92(1)
References
93(2)
Putting Problems in Their Place: Further Explorations in the Strengths Perspective
95(11)
Ann Weick
Ronna Chamberlain
The Shape of Problems
96(1)
Putting Strengths into Action
97(4)
Key Strategies in Strengths-Based Practice
101(2)
Context
101(1)
Paying Less Attention
101(1)
Everyday Language
102(1)
Concluding Thoughts
103(1)
Discussion Questions
104(1)
References
104(2)
Assessing Client Strengths: Individual, Family, and Community Empowerment
106(18)
Charles D. Cowger
Carol A. Snively
The Link between Assessment as Political Activity and Empowerment
108(2)
Assessment as Political Activity
110(1)
Client Strengths and Empowerment
110(1)
Importance of Assessing Strengths
111(4)
Guidelines for Strengths Assessment
112(3)
The Assessment Process
115(6)
Component 1: Defining the Problem Situation
115(1)
Defining the Problem Situation or Discovering Why the Client Seeks Assistance
115(1)
Component 2: Framework for Assessment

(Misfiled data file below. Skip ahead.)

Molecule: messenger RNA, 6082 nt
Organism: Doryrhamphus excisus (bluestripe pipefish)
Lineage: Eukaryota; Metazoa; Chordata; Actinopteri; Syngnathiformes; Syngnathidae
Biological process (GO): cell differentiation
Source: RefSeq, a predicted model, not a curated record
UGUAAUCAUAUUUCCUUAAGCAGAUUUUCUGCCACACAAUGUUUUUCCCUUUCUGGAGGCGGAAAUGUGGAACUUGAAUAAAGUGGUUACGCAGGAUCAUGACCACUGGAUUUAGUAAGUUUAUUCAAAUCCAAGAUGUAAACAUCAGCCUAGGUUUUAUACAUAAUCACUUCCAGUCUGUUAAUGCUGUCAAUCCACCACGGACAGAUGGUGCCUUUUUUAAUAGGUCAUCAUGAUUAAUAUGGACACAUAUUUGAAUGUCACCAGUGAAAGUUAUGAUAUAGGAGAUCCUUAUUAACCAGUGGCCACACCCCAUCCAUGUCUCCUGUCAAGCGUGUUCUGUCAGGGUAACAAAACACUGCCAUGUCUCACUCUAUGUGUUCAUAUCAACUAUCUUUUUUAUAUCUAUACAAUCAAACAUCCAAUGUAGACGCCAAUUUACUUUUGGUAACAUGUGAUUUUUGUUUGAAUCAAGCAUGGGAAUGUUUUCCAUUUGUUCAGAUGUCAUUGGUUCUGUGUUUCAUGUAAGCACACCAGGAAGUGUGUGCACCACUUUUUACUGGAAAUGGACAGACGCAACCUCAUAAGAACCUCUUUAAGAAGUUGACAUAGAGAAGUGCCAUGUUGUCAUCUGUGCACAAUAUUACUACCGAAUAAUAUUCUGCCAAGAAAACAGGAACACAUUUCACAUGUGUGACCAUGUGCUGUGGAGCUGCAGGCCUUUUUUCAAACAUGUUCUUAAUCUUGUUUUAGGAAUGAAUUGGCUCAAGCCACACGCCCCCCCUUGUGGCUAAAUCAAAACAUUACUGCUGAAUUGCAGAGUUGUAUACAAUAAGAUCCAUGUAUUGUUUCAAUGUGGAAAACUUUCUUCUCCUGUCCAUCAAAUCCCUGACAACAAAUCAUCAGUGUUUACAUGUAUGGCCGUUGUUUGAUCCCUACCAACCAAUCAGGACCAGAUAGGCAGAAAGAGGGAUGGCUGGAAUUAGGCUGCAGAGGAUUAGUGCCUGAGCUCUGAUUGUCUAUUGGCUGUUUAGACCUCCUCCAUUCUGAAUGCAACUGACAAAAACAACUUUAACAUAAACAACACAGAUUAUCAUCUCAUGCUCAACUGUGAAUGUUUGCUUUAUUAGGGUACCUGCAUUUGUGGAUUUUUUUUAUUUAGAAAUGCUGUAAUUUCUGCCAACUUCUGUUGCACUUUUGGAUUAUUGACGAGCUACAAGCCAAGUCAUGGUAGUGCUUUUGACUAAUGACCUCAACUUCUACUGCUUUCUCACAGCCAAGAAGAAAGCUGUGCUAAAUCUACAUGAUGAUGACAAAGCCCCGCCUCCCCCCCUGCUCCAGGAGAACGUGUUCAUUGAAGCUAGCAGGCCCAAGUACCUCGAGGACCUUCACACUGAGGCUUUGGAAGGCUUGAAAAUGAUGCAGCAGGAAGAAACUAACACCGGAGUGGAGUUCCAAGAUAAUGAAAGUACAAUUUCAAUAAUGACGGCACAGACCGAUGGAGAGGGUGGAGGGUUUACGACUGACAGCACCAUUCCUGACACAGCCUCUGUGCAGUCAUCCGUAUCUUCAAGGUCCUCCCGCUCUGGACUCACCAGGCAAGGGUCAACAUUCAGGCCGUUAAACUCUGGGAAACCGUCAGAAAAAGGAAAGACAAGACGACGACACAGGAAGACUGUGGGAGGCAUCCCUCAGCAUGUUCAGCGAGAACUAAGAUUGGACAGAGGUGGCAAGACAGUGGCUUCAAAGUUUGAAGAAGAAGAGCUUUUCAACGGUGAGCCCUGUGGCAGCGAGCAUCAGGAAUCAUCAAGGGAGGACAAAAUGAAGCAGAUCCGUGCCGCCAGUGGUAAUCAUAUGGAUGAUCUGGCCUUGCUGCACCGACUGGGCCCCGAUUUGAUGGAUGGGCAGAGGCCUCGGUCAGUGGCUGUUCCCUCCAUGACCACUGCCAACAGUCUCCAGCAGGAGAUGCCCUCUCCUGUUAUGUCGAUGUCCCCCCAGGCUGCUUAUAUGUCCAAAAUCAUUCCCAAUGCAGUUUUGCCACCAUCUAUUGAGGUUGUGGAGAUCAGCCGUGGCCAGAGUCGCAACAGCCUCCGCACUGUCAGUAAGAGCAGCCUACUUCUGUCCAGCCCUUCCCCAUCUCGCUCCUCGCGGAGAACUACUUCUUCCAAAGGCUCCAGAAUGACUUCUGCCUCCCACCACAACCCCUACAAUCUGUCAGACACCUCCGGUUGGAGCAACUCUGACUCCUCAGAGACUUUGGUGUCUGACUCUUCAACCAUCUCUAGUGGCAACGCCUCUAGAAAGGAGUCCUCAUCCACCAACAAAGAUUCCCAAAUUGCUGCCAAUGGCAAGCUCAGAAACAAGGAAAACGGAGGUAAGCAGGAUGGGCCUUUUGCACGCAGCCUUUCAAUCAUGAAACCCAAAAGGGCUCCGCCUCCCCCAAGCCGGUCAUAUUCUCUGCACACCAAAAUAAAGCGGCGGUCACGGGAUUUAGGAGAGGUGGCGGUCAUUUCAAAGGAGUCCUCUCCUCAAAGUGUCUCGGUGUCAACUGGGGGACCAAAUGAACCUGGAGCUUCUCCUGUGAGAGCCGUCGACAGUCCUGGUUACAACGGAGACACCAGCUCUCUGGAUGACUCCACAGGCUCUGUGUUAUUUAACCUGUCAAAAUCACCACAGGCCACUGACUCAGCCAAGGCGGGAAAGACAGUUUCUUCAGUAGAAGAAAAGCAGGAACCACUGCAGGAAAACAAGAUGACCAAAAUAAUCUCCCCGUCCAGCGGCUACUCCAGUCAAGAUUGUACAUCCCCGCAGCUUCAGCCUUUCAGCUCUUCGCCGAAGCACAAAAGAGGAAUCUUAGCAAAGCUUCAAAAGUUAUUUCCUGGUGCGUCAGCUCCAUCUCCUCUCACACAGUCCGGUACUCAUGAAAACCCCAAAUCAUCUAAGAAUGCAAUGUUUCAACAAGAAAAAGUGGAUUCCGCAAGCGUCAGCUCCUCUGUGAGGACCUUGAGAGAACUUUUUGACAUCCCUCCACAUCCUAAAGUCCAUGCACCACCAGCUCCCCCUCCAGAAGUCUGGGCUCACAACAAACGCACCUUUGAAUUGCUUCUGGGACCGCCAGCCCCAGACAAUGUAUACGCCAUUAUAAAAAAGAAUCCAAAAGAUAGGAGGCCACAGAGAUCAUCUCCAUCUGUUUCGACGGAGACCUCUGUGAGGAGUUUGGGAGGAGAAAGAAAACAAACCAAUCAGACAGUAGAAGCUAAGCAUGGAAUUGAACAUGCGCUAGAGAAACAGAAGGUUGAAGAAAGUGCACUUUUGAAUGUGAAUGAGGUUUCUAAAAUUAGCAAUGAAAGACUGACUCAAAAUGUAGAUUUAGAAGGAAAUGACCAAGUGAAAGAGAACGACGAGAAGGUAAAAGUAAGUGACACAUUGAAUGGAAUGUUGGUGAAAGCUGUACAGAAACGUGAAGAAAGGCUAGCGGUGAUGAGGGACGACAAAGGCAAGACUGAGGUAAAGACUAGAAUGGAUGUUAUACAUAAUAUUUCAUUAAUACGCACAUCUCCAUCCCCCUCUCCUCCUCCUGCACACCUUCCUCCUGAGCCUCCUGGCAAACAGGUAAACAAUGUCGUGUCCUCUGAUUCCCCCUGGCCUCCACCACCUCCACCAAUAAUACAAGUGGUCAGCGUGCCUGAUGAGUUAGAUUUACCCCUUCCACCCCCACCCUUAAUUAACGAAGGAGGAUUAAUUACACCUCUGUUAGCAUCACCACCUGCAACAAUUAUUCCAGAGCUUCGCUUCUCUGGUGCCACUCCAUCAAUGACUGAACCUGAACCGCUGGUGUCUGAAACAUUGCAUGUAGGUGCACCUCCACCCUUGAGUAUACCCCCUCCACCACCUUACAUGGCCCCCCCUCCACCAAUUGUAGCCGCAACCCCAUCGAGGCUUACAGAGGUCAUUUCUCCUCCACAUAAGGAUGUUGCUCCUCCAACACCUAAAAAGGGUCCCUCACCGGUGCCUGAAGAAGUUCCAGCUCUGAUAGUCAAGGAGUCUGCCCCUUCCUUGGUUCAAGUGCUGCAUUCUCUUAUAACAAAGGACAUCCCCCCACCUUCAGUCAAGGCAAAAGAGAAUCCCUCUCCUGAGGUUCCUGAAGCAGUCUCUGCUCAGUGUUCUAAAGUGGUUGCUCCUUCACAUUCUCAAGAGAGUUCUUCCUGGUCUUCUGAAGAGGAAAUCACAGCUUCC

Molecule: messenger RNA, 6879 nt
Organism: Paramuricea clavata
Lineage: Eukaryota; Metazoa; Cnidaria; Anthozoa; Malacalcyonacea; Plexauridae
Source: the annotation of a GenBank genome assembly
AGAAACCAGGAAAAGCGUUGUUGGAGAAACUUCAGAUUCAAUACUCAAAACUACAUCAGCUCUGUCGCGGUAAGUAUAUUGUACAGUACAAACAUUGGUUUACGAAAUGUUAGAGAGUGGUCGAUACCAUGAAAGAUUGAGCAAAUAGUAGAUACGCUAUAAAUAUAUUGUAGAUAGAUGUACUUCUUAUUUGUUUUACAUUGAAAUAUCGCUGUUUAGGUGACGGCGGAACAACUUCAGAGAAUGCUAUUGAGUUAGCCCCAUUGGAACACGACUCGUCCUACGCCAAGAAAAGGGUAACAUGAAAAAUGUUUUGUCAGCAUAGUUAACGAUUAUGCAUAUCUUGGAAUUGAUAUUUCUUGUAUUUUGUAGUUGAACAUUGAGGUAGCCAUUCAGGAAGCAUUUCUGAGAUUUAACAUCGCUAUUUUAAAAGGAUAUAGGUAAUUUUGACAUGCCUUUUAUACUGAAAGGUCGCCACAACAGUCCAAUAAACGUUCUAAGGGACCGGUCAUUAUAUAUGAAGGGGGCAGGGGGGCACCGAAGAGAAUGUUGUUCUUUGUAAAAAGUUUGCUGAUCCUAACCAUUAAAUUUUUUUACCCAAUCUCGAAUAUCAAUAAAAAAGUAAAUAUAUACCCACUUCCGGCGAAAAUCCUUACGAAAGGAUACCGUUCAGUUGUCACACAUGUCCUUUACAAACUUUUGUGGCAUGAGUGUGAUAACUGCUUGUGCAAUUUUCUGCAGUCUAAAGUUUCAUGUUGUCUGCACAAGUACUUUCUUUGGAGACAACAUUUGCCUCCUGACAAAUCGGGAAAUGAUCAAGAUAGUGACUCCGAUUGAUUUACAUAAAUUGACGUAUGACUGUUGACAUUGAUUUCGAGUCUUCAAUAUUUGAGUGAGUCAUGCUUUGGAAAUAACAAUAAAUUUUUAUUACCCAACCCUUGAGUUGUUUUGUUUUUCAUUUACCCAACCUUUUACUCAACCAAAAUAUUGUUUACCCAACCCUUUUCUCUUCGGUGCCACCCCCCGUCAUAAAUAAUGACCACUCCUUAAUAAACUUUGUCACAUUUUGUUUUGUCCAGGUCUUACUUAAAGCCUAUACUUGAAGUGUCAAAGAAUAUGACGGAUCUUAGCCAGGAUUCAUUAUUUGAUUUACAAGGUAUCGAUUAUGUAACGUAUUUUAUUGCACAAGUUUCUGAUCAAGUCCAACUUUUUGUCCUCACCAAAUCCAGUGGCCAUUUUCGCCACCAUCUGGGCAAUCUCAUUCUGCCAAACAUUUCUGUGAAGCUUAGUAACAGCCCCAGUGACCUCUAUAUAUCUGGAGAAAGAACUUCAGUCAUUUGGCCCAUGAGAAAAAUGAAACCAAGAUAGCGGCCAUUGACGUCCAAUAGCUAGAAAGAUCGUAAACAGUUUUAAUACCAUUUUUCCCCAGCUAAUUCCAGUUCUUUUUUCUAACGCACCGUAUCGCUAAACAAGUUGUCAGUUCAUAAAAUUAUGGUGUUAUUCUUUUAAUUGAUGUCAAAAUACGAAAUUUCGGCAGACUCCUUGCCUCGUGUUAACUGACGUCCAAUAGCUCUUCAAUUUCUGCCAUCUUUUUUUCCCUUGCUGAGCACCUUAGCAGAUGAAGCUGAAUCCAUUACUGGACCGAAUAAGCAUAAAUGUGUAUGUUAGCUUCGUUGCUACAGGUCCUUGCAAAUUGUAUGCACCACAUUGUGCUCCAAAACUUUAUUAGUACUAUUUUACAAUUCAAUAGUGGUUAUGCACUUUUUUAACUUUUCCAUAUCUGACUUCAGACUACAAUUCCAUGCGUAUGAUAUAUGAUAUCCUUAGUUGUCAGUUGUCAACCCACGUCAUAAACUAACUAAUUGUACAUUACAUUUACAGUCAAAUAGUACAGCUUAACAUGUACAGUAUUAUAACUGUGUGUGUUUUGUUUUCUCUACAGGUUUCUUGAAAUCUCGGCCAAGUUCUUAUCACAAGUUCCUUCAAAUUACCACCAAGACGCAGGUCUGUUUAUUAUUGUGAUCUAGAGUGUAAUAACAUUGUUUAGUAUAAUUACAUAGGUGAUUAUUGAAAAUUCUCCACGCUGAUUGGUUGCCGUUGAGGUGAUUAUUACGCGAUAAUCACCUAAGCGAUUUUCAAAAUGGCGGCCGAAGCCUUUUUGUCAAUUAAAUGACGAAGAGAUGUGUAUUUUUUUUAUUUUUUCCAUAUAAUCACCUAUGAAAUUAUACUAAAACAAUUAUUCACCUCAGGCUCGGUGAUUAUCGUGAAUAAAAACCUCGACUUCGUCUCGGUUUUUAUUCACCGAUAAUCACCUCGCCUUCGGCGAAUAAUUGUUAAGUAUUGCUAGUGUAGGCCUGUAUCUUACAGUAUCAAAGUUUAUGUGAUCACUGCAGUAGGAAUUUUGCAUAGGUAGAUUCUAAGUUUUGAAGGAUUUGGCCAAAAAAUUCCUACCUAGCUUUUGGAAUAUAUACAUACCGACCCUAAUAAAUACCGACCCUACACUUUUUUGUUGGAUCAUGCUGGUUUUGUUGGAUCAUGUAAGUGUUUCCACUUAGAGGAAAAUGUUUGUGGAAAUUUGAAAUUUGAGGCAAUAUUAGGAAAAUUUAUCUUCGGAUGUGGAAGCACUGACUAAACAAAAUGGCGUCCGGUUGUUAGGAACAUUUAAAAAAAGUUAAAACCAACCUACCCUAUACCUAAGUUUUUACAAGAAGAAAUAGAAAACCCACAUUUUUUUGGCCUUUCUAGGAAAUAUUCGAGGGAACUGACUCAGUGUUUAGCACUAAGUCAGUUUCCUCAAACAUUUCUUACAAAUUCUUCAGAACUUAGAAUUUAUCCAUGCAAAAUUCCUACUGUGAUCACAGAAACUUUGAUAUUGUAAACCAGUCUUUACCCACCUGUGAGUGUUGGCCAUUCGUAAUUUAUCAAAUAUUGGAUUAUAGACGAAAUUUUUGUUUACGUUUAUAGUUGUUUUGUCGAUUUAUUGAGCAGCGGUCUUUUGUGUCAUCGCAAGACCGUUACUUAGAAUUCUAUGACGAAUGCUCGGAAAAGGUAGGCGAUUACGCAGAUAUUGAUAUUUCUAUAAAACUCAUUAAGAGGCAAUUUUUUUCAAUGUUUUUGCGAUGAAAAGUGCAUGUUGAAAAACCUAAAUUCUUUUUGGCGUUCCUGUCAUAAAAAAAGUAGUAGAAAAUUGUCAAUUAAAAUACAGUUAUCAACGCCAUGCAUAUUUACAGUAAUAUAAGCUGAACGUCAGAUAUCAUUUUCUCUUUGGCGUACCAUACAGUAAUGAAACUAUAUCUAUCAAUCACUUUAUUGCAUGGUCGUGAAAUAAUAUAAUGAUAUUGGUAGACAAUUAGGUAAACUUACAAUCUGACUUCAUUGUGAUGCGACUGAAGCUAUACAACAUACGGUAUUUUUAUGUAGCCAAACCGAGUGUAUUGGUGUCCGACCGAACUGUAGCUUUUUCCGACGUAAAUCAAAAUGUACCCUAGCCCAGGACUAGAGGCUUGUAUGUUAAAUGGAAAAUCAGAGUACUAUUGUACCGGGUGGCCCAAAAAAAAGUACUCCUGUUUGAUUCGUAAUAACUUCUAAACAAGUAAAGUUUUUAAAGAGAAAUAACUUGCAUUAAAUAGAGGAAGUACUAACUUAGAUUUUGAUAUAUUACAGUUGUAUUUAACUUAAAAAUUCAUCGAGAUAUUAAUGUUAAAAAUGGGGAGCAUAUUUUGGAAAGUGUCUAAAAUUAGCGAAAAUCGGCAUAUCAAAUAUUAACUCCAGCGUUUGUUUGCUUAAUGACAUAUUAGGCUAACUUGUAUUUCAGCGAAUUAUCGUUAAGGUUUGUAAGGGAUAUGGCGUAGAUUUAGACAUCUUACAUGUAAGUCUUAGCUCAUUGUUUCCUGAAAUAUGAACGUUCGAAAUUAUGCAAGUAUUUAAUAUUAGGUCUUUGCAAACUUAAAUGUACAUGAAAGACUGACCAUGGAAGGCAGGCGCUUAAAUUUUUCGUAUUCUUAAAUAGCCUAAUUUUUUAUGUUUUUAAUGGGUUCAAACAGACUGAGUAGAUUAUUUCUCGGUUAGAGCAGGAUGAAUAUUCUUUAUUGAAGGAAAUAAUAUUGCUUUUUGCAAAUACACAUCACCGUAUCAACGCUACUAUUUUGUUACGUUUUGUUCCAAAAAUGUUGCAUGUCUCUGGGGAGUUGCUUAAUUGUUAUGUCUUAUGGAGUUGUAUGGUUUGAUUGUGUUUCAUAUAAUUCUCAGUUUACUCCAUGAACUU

116(1)
Exemplars of Client Strengths (Quadrant 2)
117(1)
Assessment of Client Strengths (Quadrant 2 of Assessment Axes)
118(3)
Conclusion
121(1)
Discussion Questions
121(1)
References
122(2)
Strengths-Based Case Management: Enhancing Treatment for Persons with Substance Abuse Problems
124(19)
Richard C. Rapp
Strengths-Based Case Management: Addressing Two Aspects of Substance Abuse Treatment
125(1)
The Practice of Strengths-Based Case Management
126(2)
Strengths-Based Case Management: Measuring Its Impact
128(2)
SBCM and Retention in Treatment
129(1)
Clarifying Retention among Case-Managed Clients
130(2)
Retention in the Case Management Enhancements Project
132(1)
SBCM and Critical Outcomes
132(3)
Drug Use Serverity
133(1)
Employment
134(1)
Criminal Justice Involvement
134(1)
Explaining the Impact of SBCM
135(3)
Client Driven/Case Manager Facilitated Treatment Planning
135(3)